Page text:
Electronic devices are difficult to produce and to recycle. Most devices will not be used to their full potential during their life span. Instead they might end up in any drawer. One approach is to replace electronics with a smart material e.g. a monomaterial that is able to resemble its properties. Thereby the idea of a kitchen scale was developed which works through material stress – the monoscale.
university project at Burg Giebichenstein
The briefing for this project was to develop products which keep the whole product life cycle and particularly the disposal in mind. The question arrises how to justify the expenditure of creating products in general. Apparently a lot of products remain unused collecting dust. A hand drill is estimated to be used for 45 hours during a time period of 15 years. Most people keep this or similar items in their drawers at home. The average consumer does not need a professional high-tech tool, but a rough orientation on how much flour to use for cake. People do not need a hand drill, but a whole in the wall. Sharing networks can increase utilisation rates of products and thereby reduce their amount. Still sharing networks might not work in every situation plus they require better organisation from every individual In fact there could be drastically reduced electronics which can in parts replace existing ones. As these products will be much cheaper than the actual object they might represent a considerable option for many consumers.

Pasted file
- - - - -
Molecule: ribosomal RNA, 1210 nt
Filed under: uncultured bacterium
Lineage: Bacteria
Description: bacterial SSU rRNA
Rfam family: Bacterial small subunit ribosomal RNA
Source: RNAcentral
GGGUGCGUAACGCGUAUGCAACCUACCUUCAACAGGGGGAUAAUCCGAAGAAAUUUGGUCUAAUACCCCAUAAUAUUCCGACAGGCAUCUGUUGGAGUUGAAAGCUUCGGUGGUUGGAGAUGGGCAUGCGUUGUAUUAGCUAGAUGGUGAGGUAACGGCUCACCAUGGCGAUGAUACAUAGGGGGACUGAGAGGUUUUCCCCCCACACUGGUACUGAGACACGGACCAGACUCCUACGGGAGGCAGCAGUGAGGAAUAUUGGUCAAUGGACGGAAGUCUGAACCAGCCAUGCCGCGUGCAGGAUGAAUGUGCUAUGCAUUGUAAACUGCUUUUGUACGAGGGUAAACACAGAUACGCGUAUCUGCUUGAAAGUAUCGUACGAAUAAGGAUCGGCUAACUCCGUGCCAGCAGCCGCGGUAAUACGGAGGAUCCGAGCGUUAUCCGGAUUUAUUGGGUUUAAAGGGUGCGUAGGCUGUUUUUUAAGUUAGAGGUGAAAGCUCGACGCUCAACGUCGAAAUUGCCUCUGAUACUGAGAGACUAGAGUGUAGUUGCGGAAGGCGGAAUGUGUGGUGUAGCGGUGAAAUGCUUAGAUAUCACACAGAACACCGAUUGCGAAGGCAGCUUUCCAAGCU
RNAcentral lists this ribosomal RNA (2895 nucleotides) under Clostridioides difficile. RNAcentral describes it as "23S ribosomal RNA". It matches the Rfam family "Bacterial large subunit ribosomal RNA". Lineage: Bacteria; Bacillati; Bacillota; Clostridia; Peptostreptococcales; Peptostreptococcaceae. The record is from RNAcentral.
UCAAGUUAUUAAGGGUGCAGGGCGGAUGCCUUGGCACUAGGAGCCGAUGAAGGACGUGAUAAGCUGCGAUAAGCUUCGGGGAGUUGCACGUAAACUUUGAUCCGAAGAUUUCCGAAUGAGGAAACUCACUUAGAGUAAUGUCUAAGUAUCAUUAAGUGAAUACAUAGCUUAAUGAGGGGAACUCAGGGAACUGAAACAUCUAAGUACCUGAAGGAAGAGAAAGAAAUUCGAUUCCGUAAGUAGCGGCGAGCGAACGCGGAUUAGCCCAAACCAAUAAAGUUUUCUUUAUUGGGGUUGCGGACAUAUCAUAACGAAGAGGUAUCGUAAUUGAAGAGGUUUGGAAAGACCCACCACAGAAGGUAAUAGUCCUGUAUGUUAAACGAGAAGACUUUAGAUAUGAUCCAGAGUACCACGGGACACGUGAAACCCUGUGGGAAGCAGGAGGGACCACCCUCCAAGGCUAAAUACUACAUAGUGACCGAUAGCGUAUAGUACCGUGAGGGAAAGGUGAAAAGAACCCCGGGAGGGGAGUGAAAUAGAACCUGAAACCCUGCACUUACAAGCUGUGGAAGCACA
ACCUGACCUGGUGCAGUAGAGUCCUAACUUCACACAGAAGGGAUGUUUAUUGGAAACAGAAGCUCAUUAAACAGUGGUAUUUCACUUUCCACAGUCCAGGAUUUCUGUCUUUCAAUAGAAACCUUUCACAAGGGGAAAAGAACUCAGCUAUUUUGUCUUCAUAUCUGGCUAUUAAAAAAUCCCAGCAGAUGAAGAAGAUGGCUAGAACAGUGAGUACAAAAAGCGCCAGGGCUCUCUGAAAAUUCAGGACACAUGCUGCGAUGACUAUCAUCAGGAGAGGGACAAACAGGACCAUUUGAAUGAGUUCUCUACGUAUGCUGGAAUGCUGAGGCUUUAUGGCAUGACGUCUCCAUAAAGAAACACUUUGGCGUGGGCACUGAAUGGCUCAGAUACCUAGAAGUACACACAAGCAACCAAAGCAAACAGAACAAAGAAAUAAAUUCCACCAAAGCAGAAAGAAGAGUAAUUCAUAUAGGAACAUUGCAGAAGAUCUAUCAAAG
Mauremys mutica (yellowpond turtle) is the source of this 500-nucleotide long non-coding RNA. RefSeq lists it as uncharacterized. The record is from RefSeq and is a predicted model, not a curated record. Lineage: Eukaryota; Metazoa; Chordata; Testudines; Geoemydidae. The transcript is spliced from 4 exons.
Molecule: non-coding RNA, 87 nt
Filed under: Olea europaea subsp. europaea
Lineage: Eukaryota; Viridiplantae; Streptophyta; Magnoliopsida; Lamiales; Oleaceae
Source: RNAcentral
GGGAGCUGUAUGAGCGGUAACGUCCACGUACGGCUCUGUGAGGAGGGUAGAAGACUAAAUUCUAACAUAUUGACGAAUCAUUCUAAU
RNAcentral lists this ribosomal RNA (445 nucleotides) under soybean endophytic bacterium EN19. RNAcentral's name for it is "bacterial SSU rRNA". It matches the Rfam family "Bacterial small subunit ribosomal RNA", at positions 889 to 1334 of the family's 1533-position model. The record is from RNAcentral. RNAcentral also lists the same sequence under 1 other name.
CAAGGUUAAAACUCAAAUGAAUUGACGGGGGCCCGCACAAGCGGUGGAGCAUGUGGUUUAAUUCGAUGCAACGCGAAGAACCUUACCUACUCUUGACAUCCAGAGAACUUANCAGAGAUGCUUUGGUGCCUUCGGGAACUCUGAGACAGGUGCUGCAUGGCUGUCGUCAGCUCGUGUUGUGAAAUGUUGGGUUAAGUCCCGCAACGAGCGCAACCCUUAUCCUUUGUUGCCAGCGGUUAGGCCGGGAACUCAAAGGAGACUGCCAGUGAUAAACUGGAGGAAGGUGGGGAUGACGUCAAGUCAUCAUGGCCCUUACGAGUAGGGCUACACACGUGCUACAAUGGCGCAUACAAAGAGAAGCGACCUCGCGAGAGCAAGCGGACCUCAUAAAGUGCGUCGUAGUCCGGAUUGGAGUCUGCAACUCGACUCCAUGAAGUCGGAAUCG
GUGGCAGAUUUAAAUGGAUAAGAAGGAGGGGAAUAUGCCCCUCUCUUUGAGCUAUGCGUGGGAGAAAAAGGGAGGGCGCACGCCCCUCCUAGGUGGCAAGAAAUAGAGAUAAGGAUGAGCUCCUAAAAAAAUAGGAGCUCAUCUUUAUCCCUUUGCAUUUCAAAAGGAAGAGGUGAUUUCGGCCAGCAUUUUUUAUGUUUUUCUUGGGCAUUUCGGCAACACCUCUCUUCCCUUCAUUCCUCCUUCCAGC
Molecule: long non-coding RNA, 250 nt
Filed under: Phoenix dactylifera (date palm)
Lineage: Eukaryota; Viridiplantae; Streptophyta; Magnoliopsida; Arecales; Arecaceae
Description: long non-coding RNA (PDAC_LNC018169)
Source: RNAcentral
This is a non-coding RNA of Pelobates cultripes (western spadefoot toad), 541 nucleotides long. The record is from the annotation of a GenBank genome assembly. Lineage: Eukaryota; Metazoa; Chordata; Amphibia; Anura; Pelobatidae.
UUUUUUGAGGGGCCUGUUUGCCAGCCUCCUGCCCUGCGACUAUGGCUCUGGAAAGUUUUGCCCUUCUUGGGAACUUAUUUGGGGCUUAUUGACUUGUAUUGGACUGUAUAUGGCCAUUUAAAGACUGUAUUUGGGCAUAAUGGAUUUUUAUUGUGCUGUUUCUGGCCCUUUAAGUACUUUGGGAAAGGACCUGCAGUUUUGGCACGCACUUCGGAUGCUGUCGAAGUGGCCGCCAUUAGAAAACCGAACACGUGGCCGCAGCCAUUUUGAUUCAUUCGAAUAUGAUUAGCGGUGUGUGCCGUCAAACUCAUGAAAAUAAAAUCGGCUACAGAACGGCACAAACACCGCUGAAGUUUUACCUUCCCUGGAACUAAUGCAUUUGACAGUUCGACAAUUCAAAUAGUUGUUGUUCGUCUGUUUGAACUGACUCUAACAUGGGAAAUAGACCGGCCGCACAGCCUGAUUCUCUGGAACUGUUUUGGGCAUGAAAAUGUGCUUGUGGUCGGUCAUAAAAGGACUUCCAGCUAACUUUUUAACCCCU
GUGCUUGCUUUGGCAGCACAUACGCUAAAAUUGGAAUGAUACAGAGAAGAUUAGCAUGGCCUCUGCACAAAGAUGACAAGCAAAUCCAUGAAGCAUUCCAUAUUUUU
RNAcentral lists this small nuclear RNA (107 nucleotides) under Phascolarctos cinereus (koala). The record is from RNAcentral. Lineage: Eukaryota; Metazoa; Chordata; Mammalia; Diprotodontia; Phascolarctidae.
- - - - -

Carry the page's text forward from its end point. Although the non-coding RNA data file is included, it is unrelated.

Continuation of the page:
usual kitchen scale
Thanks to smart materials there is already a variety of existing examples to prove similar strategies. Though in case of the monoscale there is no need in new materials or technologies. The monoscale can be produced with injec-tion moulding in one production step. The shape emerged out of a simple sheet of paper – the more weight you put on, the more it will bend. As the final product was supposed to transfer the idea of simplicity there was a long phase of experimenting with shape and of course the right material. Spring steel would be overly sufficient in this circumstance though very energy-costing and expensive to produce. PETG seemed to fit the criteria. It is a cheap material which can be injec-tion moulded and after disposal recycled or energetically recovered. Compared to a usual kitchen scale it will be less extensive to recycle. If the monoscale breaks, consumers can easily dispose it into their recycables.
The final object looks like it is bended out of one plastic sheet. The object is easy to understand and thereby works intuitively. When load is placed on its upper plate the scale will bend down and show the actual weight.